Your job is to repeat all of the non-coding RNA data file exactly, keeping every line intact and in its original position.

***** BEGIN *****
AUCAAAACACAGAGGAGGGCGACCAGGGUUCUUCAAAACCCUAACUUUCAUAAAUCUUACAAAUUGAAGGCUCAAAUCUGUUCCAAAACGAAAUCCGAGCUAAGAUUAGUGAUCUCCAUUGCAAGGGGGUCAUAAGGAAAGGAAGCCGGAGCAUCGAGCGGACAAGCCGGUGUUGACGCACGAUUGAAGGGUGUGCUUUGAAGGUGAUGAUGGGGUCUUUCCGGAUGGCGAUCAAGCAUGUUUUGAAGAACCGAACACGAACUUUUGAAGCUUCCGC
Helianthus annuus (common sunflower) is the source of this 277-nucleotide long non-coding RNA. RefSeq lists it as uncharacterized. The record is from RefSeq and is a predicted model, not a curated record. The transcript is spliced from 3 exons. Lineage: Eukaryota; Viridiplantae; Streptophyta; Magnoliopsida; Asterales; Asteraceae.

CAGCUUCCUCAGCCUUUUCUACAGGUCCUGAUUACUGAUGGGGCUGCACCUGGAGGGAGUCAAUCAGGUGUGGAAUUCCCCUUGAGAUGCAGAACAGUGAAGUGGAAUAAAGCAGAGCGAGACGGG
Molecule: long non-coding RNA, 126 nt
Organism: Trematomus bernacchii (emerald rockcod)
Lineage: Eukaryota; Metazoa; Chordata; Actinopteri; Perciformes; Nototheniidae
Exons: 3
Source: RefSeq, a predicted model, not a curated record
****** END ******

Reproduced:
AUCAAAACACAGAGGAGGGCGACCAGGGUUCUUCAAAACCCUAACUUUCAUAAAUCUUACAAAUUGAAGGCUCAAAUCUGUUCCAAAACGAAAUCCGAGCUAAGAUUAGUGAUCUCCAUUGCAAGGGGGUCAUAAGGAAAGGAAGCCGGAGCAUCGAGCGGACAAGCCGGUGUUGACGCACGAUUGAAGGGUGUGCUUUGAAGGUGAUGAUGGGGUCUUUCCGGAUGGCGAUCAAGCAUGUUUUGAAGAACCGAACACGAACUUUUGAAGCUUCCGC
Helianthus annuus (common sunflower) is the source of this 277-nucleotide long non-coding RNA. RefSeq lists it as uncharacterized. The record is from RefSeq and is a predicted model, not a curated record. The transcript is spliced from 3 exons. Lineage: Eukaryota; Viridiplantae; Streptophyta; Magnoliopsida; Asterales; Asteraceae.

CAGCUUCCUCAGCCUUUUCUACAGGUCCUGAUUACUGAUGGGGCUGCACCUGGAGGGAGUCAAUCAGGUGUGGAAUUCCCCUUGAGAUGCAGAACAGUGAAGUGGAAUAAAGCAGAGCGAGACGGG
Molecule: long non-coding RNA, 126 nt
Organism: Trematomus bernacchii (emerald rockcod)
Lineage: Eukaryota; Metazoa; Chordata; Actinopteri; Perciformes; Nototheniidae
Exons: 3
Source: RefSeq, a predicted model, not a curated record